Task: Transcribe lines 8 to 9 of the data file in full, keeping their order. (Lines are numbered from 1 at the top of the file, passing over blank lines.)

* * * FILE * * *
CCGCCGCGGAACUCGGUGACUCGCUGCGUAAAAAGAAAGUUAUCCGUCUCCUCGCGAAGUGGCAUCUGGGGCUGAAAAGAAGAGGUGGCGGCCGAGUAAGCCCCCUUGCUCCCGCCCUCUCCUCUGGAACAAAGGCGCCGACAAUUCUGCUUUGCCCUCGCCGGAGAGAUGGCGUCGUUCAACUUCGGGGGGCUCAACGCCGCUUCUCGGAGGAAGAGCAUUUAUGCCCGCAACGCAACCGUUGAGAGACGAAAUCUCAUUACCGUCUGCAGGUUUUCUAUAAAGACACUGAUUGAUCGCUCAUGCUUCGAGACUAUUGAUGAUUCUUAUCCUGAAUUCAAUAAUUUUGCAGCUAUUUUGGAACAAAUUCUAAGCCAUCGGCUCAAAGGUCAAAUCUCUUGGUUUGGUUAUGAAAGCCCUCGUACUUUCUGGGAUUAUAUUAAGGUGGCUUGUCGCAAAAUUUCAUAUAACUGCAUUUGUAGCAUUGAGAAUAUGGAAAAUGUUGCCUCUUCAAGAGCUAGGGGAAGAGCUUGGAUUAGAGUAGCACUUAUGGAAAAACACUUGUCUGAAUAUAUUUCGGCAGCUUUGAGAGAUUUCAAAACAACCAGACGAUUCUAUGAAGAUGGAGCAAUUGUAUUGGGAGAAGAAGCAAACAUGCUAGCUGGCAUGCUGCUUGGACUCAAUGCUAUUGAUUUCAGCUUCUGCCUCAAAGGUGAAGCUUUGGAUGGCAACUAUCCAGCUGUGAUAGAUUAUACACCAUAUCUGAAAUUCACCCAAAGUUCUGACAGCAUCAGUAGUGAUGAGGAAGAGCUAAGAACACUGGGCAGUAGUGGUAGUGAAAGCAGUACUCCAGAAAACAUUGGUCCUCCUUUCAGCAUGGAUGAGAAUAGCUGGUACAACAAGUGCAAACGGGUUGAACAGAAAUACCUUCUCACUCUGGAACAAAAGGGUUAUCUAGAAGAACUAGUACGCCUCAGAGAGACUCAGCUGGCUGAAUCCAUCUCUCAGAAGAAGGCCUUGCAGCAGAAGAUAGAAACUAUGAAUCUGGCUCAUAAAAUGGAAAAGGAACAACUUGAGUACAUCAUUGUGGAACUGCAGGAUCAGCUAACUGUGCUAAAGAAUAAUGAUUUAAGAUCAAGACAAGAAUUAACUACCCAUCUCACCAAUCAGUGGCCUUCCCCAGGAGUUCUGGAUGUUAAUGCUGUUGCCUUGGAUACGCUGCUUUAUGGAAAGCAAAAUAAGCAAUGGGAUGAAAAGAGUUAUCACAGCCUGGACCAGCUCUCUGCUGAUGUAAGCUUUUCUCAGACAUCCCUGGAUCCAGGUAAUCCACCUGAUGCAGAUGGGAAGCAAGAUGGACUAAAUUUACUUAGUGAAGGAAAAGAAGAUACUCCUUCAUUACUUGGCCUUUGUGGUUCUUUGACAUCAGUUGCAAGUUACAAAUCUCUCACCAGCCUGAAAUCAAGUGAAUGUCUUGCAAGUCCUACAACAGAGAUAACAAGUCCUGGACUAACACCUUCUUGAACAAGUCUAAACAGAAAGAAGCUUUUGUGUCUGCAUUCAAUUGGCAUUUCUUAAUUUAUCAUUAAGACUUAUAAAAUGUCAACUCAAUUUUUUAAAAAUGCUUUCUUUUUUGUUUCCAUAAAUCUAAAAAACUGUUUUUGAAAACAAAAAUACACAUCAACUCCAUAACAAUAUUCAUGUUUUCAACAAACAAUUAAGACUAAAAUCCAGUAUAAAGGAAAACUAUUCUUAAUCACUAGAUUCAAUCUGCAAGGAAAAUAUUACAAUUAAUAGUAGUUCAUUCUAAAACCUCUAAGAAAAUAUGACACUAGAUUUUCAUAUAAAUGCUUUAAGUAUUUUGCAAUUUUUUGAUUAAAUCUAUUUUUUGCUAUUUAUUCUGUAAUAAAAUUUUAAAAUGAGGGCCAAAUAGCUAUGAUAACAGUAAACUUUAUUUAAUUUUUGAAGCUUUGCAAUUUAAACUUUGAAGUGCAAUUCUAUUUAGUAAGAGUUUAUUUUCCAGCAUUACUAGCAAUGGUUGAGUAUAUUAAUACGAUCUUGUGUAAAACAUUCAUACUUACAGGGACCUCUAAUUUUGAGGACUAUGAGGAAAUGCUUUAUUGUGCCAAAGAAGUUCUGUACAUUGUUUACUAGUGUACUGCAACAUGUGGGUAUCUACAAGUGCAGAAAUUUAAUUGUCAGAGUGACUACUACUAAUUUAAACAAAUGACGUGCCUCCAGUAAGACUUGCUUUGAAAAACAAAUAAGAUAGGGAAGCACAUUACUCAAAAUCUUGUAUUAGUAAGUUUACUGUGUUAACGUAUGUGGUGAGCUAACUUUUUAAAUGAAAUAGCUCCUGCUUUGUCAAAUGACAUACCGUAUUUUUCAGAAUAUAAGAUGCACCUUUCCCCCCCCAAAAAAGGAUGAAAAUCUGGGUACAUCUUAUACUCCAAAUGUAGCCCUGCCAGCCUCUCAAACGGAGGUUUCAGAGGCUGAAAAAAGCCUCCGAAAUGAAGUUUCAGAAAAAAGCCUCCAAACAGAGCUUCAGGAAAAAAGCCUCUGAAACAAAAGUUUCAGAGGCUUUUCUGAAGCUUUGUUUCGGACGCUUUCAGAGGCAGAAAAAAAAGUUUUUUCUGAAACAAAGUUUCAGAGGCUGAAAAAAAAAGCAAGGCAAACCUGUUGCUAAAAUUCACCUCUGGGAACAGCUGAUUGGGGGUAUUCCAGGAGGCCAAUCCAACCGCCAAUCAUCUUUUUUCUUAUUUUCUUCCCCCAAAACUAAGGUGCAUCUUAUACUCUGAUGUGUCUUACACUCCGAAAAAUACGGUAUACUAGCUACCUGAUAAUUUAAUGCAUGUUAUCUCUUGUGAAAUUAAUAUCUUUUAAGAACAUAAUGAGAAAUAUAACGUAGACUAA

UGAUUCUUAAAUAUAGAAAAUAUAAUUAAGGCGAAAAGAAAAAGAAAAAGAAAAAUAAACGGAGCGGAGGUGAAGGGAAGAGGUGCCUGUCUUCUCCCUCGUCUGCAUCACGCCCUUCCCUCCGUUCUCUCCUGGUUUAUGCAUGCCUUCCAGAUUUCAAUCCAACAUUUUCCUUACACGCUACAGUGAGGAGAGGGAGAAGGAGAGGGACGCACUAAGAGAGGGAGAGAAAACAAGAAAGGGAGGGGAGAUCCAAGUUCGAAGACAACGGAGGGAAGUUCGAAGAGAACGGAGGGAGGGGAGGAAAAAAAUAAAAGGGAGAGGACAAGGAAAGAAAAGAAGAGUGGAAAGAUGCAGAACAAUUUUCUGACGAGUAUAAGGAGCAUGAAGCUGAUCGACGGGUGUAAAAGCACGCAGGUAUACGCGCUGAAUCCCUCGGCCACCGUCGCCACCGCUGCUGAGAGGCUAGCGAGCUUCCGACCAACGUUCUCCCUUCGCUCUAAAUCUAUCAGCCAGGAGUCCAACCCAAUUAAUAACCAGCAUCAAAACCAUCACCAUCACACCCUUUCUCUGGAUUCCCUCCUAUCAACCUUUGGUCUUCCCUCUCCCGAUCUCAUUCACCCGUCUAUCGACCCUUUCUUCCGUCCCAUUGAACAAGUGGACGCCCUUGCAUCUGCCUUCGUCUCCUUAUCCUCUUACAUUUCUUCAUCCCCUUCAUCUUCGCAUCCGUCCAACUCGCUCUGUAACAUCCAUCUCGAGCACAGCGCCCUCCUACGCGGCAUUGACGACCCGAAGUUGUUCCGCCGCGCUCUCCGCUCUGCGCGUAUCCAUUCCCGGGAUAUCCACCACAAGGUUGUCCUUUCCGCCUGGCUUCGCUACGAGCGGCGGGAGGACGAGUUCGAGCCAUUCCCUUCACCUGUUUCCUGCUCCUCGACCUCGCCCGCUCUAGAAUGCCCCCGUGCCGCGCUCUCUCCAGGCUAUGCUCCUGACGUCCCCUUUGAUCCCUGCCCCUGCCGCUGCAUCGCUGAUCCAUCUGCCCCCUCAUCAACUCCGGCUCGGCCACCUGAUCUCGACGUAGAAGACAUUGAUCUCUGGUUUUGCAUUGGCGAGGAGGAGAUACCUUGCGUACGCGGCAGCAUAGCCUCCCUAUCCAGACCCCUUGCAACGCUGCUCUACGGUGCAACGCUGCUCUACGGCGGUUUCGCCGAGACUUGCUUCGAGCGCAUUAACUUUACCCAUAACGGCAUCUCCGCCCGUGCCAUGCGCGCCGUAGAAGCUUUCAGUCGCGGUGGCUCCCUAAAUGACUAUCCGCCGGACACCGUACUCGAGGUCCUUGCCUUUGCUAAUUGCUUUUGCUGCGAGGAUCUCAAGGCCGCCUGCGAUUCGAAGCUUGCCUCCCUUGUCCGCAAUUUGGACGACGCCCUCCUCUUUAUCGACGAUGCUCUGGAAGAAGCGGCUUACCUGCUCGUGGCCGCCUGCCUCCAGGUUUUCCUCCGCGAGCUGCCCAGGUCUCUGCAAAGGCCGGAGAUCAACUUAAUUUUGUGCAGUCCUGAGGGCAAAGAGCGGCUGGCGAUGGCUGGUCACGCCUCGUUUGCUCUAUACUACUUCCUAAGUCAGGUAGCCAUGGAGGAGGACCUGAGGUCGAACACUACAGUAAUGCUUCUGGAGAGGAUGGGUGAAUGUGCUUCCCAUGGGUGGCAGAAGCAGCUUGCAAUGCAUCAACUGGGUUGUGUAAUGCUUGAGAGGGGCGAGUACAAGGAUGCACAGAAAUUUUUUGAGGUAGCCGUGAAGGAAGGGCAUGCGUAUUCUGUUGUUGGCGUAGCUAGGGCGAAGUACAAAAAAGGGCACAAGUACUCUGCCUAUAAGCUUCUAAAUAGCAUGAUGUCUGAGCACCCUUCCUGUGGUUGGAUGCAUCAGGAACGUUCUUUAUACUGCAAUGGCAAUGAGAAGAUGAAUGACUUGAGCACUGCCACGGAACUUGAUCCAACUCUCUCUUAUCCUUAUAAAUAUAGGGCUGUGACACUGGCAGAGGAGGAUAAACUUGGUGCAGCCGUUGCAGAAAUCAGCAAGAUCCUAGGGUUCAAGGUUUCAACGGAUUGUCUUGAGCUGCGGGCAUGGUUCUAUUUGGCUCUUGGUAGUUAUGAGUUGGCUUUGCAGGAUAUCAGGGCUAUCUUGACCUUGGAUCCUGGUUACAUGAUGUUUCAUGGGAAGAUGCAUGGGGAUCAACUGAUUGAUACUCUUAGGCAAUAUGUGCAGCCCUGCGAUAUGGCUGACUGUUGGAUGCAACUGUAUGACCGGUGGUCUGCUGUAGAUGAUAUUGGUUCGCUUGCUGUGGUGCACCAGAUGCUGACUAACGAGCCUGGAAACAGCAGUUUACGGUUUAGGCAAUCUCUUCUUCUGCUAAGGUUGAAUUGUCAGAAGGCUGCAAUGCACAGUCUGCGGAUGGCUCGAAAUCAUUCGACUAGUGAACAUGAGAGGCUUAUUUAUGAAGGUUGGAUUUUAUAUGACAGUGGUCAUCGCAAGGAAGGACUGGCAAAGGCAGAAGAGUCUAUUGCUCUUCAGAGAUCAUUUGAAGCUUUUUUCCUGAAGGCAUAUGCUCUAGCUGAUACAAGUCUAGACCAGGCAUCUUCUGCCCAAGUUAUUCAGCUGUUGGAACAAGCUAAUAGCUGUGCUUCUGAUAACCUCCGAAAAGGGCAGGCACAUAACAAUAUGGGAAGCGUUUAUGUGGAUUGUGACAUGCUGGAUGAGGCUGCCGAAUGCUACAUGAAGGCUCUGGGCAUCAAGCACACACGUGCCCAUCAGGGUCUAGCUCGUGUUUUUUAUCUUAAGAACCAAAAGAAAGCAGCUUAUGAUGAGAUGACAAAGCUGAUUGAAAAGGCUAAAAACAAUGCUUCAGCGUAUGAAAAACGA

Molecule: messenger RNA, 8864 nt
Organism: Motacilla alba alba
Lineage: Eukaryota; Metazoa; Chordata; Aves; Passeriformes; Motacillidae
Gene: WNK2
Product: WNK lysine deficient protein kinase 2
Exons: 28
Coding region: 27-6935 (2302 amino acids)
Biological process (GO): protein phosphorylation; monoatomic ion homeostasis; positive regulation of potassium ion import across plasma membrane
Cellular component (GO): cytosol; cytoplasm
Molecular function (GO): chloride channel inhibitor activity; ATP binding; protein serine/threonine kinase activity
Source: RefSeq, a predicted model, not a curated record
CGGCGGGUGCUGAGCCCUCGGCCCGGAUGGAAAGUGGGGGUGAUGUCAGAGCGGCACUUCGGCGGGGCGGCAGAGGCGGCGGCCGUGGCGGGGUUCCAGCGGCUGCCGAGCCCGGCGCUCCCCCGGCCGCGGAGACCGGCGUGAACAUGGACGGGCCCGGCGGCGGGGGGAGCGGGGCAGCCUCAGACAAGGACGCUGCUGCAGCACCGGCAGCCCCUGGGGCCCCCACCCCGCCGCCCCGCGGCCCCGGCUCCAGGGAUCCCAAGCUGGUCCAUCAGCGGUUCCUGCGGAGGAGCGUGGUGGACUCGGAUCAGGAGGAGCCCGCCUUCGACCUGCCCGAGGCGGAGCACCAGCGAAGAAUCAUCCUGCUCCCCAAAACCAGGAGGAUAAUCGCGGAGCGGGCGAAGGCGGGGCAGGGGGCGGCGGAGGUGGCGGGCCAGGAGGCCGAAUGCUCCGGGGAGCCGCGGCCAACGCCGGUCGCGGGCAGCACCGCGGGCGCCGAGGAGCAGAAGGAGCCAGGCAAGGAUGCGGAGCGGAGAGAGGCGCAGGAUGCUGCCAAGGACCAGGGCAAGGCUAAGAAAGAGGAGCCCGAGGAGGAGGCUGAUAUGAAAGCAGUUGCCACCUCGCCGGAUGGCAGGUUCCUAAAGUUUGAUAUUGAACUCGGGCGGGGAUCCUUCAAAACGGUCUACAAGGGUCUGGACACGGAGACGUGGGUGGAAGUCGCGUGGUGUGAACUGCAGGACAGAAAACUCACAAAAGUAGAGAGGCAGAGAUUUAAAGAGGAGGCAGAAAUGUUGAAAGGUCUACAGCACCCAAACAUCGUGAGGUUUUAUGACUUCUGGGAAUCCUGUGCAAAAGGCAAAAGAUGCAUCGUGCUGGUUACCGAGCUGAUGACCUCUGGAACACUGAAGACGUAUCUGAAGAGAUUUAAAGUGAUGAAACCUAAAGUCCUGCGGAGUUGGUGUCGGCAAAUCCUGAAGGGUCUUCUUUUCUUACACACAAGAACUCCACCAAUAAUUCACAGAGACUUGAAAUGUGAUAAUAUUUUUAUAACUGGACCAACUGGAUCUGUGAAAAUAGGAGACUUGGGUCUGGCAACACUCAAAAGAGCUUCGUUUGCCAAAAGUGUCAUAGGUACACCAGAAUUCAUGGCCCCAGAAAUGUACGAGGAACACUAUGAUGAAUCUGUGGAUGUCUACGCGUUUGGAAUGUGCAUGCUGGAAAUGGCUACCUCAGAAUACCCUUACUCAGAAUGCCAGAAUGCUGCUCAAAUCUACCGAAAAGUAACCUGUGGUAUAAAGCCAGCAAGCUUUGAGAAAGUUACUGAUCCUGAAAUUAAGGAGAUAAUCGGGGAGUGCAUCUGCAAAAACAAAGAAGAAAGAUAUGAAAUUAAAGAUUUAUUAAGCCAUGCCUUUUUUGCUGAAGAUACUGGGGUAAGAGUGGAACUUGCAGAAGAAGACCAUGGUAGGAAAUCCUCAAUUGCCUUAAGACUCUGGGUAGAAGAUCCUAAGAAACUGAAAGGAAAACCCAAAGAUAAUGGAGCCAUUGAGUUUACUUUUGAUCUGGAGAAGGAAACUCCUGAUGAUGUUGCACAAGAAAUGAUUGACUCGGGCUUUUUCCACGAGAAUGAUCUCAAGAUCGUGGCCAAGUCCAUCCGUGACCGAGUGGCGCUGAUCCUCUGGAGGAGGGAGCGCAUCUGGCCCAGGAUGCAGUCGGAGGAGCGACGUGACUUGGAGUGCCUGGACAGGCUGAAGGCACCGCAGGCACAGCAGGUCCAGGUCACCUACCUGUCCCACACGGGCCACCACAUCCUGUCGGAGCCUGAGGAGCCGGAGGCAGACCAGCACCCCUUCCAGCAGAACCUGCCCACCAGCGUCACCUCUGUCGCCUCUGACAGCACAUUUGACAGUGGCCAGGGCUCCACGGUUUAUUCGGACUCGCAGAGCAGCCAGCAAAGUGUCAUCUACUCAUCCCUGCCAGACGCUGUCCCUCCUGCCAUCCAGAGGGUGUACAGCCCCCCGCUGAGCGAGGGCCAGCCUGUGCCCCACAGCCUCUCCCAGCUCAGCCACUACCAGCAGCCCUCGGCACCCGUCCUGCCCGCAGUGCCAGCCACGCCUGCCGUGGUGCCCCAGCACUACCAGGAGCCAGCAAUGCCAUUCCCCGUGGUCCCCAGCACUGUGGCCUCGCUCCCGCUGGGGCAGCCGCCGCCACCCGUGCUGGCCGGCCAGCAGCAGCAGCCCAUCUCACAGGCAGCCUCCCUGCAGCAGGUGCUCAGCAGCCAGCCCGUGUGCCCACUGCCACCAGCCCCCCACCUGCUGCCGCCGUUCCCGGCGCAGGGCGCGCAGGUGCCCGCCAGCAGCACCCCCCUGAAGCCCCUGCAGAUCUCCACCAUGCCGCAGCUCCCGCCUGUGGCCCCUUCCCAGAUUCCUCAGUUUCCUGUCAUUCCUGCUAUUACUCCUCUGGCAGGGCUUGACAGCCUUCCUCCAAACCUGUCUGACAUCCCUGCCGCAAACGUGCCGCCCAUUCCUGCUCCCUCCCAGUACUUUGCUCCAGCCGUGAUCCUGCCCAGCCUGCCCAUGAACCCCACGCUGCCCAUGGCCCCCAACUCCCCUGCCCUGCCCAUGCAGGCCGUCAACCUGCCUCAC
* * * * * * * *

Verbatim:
Exons: 28
Coding region: 27-6935 (2302 amino acids)